Alzheimer’s disease is arguably one of the biggest concerns when it comes to aging and mental health. The effects of memory loss from Alzheimer’s are so severe that we forget our loved ones and other critical bits of information, like phone numbers and addresses. While Alzheimer’s disease currently has no known cure, recent research on diets has found a potential means for slowing its effects on memory loss. The results could make a world of difference in developing treatment plans for Alzheimer’s disease.
A study by researchers at the University of Southern California found that mice that previously displayed symptoms of Alzheimer’s disease showed improvements in memory when put on a low-protein diet over a four month period. When compared against the control group, the treated mice showed better cognitive abilities in memory tests—improved cognitive function is significant when treating Alzheimer’s. Furthermore, the mice showed less damaged protein in the brain, which is a common condition seen in Alzheimer’s patients.
Dietary protein helps the body regulate the growth hormone IGF-1. When we are young, our bodies need IGF-1 to grow. In older bodies, the hormone has been linked to several diseases, including diabetes and cancer. A less-than-desirable solution would be to take prescribed drugs to manipulate IGF-1 levels in the body—although no such drug exists yet and likely won’t for at least 15 years.
This study was able to uncover a dietary measure that could help treat or even prevent Alzheimer’s by controlling IGF-1 levels without a drug. The results showed that the low-protein diet in the mice helped to protect the brain from degeneration. A particular protein was found to reduce levels of IGF-1 in the body by up to 70%. In addition, the diet caused an eightfold increase in the protein that blocks IGF-1’s destructive activity by actually binding to it. If these results translate to human subjects, it can lead to serious breakthroughs in Alzheimer’s research.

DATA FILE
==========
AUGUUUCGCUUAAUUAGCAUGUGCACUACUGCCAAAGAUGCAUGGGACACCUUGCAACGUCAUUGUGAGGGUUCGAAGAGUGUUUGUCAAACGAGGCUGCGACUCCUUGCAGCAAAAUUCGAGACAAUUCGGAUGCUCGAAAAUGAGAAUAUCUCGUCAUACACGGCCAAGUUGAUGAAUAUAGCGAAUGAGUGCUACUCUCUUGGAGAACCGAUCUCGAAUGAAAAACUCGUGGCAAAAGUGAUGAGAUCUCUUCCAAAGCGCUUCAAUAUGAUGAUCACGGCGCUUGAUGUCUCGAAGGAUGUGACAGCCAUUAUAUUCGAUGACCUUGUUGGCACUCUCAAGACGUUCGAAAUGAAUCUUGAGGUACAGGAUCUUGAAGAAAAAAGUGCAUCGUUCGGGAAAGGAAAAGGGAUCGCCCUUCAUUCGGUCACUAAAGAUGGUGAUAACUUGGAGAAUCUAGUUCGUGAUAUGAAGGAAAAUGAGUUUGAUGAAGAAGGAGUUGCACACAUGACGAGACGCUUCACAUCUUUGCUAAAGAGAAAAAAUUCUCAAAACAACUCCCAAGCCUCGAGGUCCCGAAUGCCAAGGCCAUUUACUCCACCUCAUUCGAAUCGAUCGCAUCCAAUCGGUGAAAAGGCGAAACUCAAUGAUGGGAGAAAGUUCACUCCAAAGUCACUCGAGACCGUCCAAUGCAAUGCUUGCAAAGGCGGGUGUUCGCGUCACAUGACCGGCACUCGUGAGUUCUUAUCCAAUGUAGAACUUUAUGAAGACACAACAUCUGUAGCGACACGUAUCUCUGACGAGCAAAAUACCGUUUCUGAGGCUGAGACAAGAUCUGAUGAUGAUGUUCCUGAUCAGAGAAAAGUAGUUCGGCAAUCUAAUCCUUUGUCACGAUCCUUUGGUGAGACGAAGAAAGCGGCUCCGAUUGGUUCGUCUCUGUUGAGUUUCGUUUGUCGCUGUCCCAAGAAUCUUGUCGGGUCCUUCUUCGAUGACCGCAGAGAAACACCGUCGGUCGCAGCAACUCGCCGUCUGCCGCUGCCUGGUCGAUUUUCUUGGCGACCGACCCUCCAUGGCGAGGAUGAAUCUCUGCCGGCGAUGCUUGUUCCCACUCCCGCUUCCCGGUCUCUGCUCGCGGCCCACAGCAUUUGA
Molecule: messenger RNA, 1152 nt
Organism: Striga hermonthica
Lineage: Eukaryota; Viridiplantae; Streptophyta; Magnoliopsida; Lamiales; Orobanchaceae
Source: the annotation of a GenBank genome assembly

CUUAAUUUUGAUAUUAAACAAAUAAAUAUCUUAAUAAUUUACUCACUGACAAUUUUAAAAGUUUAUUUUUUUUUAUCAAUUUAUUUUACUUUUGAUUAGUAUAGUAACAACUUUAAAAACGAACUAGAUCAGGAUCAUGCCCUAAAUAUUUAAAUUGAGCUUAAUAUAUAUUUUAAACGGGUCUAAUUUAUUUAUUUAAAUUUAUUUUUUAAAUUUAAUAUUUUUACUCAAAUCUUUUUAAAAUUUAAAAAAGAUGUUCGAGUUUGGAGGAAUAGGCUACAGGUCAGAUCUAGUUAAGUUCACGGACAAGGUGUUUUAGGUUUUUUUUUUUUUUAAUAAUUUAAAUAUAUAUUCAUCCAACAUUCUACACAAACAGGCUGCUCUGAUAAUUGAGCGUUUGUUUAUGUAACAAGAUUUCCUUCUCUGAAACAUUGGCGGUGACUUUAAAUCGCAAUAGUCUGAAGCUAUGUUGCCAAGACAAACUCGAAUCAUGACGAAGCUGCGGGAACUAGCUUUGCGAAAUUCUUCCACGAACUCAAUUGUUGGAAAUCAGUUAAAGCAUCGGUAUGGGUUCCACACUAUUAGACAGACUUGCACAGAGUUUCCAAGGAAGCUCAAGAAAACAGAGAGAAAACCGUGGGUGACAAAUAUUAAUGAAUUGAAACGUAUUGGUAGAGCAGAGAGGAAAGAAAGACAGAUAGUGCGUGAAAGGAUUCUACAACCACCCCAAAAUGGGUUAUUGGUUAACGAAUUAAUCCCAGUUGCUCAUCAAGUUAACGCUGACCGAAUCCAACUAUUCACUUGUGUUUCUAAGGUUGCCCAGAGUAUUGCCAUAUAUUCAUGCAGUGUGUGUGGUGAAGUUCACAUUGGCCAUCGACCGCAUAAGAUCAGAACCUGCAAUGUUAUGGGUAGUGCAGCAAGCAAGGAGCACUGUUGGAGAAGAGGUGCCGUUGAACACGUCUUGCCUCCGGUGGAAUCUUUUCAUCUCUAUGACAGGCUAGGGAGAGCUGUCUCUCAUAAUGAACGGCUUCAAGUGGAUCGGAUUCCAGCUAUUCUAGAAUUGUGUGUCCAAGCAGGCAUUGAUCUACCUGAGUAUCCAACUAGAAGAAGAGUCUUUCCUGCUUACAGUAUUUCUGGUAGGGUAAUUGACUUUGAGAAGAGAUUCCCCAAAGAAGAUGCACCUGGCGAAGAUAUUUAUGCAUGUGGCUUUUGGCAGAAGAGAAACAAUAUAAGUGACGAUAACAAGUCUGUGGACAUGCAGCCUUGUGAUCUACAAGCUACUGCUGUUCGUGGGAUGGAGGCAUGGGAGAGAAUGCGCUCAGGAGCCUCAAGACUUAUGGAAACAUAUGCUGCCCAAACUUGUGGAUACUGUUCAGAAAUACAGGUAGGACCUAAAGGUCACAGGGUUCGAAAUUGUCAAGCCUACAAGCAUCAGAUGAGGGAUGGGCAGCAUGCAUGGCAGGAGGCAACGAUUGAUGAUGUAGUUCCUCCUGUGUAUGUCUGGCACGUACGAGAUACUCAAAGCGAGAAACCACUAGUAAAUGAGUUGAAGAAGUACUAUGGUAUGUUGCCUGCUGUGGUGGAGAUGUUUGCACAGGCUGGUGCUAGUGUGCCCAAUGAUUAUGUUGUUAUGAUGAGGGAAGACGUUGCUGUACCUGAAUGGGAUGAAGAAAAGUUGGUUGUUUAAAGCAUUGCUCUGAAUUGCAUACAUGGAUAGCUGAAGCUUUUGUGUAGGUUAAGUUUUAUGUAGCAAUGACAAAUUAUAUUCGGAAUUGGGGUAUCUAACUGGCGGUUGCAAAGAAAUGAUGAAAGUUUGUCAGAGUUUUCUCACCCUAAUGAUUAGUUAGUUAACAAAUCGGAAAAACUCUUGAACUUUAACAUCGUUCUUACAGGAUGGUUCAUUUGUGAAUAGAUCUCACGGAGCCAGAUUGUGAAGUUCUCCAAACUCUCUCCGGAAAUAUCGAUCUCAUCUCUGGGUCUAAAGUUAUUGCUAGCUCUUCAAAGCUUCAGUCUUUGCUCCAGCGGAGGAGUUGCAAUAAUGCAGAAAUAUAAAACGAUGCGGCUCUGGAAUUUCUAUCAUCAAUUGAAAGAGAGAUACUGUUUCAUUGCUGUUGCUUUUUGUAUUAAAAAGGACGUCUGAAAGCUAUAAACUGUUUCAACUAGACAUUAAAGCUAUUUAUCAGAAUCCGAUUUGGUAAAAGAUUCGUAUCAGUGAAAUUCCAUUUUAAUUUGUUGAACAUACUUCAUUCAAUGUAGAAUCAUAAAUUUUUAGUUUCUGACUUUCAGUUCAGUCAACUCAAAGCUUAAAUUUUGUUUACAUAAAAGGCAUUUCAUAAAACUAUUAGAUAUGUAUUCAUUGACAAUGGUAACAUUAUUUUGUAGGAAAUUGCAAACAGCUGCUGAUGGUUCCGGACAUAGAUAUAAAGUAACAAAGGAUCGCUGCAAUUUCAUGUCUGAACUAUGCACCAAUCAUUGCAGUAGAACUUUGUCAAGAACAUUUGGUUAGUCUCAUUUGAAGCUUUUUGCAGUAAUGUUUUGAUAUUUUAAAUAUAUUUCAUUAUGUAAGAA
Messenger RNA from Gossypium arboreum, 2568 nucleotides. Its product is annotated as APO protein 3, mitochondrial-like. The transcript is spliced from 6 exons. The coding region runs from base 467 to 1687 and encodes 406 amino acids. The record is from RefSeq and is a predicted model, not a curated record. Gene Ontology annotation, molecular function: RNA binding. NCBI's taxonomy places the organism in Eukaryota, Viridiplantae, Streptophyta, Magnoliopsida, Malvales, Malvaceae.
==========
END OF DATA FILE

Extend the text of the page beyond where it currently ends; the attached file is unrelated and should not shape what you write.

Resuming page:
In the meantime, however, it wouldn’t hurt for Alzheimer’s patients to try and incorporate a similar diet on their own. Simply make an increased effort to eat foods that are lower in protein, such as potatoes, fruits, vegetables, bread, and pasta. Because of the risk of an amino acid deficiency, excessive weight loss, and other negative side effects, those attempting this diet should always have their progress monitored by a doctor or dietician. Also, keep in mind that some older adults may not be able to maintain a low-protein diet due to other health conditions, frailty, or already having a body weight that is too low.
While Alzheimer’s disease currently remains incurable, significant research like this provides hope that an effective treatment method may not be too far off. A low-protein diet might just be the ideal way to reduce the threat and impact that Alzheimer’s disease has on aging adults.
“Low-protein diet slows Alzheimer’s in mice,” EurekAlert! web site; https://www.eurekalert.org/pub_releases/2013-02/uosc-lds021413.php, last accessed May 22, 2013.
Parrella, E., et al., “Protein restriction cycles reduce IGF-1 and phosphorylated Tau, and improve behavioral performance in an Alzheimer’s disease mouse model,” Aging Cell 2013; 12: 257-268.